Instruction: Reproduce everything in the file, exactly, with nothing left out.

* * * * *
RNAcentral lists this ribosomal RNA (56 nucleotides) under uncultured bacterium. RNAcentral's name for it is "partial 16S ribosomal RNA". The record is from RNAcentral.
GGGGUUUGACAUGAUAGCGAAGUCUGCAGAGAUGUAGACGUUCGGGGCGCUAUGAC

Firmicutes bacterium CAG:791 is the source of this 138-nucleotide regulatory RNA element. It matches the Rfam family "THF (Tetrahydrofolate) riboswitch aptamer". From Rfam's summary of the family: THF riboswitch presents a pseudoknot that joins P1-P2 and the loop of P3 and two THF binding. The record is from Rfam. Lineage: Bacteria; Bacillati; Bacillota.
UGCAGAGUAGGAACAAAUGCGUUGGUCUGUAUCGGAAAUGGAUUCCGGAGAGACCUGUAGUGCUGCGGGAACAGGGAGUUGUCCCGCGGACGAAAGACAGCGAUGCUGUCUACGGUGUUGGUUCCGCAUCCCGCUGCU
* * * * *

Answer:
RNAcentral lists this ribosomal RNA (56 nucleotides) under uncultured bacterium. RNAcentral's name for it is "partial 16S ribosomal RNA". The record is from RNAcentral.
GGGGUUUGACAUGAUAGCGAAGUCUGCAGAGAUGUAGACGUUCGGGGCGCUAUGAC

Firmicutes bacterium CAG:791 is the source of this 138-nucleotide regulatory RNA element. It matches the Rfam family "THF (Tetrahydrofolate) riboswitch aptamer". From Rfam's summary of the family: THF riboswitch presents a pseudoknot that joins P1-P2 and the loop of P3 and two THF binding. The record is from Rfam. Lineage: Bacteria; Bacillati; Bacillota.
UGCAGAGUAGGAACAAAUGCGUUGGUCUGUAUCGGAAAUGGAUUCCGGAGAGACCUGUAGUGCUGCGGGAACAGGGAGUUGUCCCGCGGACGAAAGACAGCGAUGCUGUCUACGGUGUUGGUUCCGCAUCCCGCUGCU